Barbara and snopes, thanks very much for the "Rules for Teachers" page. Fascinating!
If you'll accept anecdotal evidence, I'd like to confirm some of those statements for you:
My grandmother, Caryl Oliver, was born in 1903 and received her teaching certificate in the late '10s or early '20s. She travelled by train to her first teaching job in the Midwest, where she did indeed teach in a one-room schoolhouse. (She still had a copy of the primer they used, "Singing Wheels," a story about a young man joining his family out West.)
When my grandmother married my grandfather in '28, she resigned her position because "married women could not teach school." (Direct quote.)
My mother's family moved to California in the late '40s/early '50s, and Gram resumed teaching in the late '50s. She retired for health reasons in 1968, and passed on in 1983.
She also used to tell a story about a young man who was a schoolteacher in a small mill- or mining-town. The fellow was a bachelor, "of course," and the town did not have a boarding house. The only place in town that sold meals was, unfortunately, also a tavern. So this poor fellow would have to come in the back door of the tavern for his meal, and eat it upstairs in the tavernkeeper's private rooms, because "A schoolteacher must never be seen patronizing a tavern or ale house."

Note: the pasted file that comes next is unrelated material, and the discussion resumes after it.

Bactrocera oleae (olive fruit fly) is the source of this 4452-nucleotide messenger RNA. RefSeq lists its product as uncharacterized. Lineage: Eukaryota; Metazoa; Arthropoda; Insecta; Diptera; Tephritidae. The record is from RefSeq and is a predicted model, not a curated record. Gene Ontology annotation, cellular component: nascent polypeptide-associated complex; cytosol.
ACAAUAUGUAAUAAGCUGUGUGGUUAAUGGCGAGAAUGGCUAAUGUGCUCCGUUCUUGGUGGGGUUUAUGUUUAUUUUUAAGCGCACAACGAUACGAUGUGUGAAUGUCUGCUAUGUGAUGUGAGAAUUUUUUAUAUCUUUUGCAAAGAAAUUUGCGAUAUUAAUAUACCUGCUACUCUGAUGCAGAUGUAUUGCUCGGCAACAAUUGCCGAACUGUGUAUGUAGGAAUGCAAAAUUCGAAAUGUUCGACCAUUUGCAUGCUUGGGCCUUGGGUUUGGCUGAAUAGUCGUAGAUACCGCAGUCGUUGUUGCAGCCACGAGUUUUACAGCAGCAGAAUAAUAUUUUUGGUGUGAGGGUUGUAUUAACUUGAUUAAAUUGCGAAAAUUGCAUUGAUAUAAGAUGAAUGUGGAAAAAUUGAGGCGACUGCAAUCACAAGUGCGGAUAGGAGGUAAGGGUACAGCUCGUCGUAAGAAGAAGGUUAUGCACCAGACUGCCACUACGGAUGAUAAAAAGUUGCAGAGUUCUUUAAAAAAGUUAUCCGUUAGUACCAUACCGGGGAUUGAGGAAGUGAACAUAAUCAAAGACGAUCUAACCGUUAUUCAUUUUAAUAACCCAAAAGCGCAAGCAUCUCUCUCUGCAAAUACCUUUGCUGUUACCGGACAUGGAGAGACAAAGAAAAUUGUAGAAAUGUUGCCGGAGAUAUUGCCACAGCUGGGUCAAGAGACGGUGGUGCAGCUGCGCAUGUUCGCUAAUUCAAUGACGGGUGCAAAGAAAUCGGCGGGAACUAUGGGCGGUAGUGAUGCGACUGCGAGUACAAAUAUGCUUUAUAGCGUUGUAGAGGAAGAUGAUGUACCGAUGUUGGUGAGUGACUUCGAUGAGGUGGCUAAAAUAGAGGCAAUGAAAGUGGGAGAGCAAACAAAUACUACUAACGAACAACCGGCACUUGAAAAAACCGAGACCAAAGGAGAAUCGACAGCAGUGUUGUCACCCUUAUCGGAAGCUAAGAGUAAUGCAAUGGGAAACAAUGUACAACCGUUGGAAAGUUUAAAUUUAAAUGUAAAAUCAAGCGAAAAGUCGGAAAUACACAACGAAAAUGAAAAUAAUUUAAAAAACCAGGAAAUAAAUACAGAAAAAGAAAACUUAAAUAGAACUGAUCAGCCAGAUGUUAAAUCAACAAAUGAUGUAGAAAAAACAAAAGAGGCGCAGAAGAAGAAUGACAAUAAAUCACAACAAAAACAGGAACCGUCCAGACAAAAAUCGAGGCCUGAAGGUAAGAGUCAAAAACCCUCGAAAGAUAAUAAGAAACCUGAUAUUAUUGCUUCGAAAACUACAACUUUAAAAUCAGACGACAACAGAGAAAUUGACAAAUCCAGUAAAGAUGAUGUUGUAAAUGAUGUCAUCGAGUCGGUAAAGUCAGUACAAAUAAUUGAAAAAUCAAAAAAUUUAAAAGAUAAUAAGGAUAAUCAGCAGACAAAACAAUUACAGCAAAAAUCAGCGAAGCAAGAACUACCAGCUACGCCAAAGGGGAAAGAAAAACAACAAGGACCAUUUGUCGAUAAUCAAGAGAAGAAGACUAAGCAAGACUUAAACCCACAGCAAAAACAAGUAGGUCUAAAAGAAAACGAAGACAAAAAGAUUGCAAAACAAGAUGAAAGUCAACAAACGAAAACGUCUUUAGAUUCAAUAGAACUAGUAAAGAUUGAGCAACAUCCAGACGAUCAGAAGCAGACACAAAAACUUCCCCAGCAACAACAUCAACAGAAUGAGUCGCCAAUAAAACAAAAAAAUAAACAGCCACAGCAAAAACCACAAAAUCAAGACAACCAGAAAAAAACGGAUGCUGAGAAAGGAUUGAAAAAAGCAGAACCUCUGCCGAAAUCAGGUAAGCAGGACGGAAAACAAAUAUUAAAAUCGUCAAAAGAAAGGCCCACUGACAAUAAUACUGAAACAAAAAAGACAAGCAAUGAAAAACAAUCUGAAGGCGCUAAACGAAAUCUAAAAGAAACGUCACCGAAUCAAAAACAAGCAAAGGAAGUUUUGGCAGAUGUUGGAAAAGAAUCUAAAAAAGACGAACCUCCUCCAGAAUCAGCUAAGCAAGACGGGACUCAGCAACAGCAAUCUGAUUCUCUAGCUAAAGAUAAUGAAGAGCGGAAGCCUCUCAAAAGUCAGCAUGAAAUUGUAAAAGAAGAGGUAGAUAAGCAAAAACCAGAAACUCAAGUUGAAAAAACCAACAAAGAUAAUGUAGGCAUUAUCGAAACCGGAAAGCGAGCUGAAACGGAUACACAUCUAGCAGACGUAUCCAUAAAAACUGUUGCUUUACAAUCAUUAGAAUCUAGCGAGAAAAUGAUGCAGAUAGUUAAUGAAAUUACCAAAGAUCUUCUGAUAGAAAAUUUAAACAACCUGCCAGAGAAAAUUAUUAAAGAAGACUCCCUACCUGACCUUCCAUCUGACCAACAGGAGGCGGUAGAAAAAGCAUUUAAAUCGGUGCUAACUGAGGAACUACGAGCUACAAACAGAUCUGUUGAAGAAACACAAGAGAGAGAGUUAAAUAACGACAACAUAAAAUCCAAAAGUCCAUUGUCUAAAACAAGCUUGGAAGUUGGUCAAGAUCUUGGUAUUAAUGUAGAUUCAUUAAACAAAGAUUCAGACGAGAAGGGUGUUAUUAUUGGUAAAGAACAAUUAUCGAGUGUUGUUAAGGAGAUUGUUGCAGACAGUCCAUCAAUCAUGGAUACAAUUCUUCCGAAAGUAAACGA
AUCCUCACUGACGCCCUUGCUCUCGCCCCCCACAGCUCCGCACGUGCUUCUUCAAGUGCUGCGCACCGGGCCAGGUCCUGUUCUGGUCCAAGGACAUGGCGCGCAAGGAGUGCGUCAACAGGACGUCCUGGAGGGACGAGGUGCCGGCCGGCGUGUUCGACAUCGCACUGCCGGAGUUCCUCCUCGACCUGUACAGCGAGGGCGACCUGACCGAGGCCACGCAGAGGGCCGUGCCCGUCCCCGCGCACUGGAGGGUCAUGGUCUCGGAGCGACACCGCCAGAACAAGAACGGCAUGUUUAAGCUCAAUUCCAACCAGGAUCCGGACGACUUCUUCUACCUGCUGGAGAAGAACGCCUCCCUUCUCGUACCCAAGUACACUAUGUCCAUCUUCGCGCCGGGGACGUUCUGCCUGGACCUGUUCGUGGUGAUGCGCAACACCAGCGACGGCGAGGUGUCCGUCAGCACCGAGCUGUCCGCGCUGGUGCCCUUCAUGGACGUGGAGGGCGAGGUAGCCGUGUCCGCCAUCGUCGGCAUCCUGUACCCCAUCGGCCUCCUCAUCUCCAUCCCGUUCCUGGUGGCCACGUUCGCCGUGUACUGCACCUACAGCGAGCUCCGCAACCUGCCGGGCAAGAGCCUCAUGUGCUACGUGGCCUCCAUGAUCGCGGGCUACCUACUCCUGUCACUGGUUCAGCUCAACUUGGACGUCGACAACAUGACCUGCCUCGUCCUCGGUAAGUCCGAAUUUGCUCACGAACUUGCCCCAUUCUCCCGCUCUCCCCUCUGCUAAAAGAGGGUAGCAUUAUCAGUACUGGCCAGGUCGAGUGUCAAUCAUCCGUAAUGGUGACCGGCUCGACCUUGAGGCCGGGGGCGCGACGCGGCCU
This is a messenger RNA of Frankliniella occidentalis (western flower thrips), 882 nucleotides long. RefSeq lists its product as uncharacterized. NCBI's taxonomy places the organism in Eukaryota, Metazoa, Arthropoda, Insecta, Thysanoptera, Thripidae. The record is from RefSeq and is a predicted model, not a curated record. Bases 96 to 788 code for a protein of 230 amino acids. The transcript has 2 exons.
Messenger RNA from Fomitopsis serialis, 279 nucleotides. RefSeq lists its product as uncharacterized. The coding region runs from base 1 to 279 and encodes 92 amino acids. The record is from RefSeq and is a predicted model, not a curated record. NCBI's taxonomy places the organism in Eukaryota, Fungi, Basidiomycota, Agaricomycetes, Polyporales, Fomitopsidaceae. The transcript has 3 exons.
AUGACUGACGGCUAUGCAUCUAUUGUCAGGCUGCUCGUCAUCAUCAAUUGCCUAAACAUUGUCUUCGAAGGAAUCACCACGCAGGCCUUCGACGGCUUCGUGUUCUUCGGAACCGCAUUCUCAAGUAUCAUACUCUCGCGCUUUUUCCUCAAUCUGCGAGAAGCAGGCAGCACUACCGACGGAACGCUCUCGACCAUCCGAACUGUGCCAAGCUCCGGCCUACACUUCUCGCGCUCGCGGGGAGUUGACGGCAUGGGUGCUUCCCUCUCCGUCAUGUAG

Admittedly this is second- and third-hand anecdotal evidence; but my Gram was there. (And I wish you could have heard her great stories about corsets and feather beds!)
My Dad was born in 1902 (and produced me at 51, bless his riggish old heart) and was largely educated in a one-room schoolhouse. By the time he went to high school in a larger town, he had a good grounding in literature, mathematics, history, reading, writing, debate, and in chopping wood, carrying water, helping the teacher sweep the floors, and driving off curious cows who wanted to put their heads in through the window and distract the students. The schoolhouse was boiling hot or freezing cold most of the year, and if harvest or planting came at an unscheduled time, as they so often do, teacher would have to shut school so that most of her students could participate. She also had to be able to discipline boys who were twice her size, deal with teenaged pregnancy (not a modern invention), and stop pretty vicious schoolyard fights. It was a hard life for not much money. But my Dad thought well of his old teachers and that old schoolhouse, and he was certainly a well-educated man.